Report: Miss. State added to lawsuit
A former Mississippi State University student wants to add the school to his lawsuit against the Southeastern Conference and a fellow MSU student, who allegedly assaulted him with a cowbell during a football game in 2009, The Clarion-Ledger reported Tuesday.
William Matthew Brasher is already suing the SEC for the conference's "knowing refusal," to enforce rules regarding the banned use of artificial noisemakers at games.
Brasher alleges fellow MSU student Brent Vowell assaulted him with a cowbell during a game against rival school Mississippi in Nov., 2009.
The SEC deflected the claims in February, saying it "had an administrative regulation regarding artificial noisemakers, the enforcement of which being the responsibility of the host institution."
According to The Clarion-Ledger, Brasher's attorney, Doug Foster, filed a motion in February to add the security company employed by MSU during its games, and is now seeking to add Mississippi State and its president Mark Keenum to the growing list of defendants.
Artificial noisemakers, including cowbells -- a tradition at MSU football games dating back to the 1930s -- were banned by the SEC in 1974. The conference lifted the ban under new guidelines in June 2010.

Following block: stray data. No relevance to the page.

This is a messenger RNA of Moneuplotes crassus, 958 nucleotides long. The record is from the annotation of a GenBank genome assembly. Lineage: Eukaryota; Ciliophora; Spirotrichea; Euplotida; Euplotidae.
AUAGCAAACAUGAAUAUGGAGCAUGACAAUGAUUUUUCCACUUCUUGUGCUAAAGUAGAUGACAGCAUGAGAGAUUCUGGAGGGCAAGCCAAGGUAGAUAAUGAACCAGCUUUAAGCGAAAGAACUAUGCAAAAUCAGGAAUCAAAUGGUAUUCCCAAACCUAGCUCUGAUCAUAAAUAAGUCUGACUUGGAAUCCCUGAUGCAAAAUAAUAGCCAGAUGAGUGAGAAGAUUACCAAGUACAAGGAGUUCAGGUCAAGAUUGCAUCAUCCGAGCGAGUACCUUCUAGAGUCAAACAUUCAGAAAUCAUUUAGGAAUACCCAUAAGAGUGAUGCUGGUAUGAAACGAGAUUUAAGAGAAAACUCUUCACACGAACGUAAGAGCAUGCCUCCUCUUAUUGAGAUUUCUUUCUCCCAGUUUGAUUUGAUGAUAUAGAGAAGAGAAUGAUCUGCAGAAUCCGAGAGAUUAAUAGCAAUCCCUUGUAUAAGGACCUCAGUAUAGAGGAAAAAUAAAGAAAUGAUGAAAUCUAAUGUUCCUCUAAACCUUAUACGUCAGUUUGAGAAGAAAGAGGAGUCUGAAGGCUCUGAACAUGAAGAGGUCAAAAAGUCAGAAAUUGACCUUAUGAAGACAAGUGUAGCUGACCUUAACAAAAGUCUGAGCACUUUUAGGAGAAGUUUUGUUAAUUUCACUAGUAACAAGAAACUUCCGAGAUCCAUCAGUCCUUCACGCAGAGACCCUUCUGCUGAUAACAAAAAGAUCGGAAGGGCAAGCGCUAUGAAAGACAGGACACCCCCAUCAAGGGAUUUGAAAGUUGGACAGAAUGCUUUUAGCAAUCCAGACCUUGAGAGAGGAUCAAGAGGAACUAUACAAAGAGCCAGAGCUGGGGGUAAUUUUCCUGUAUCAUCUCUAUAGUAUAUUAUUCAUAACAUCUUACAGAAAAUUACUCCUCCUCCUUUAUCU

Brasher, who claims the assault resulted in a four-inch laceration exposing his skull, also suffered "a concussion, memory loss, mental and emotional distress and anguish, depression, paranoia, anxiety, loss of enjoyment of life and inability to pursue prior educational and professional goals," according to the suit filed in November 2010.
The SEC scrapped the 36-year ban on fans ringing cowbells, agreeing that the noisemakers could be used by fans before and after games, at halftime, during timeouts and following a score. But in October, the SEC notified MSU that its fans had violated the conference's new rules on the use of cowbells during football games.
A court date in late April is set for Vowell's trial on assault charges, according The Ledger.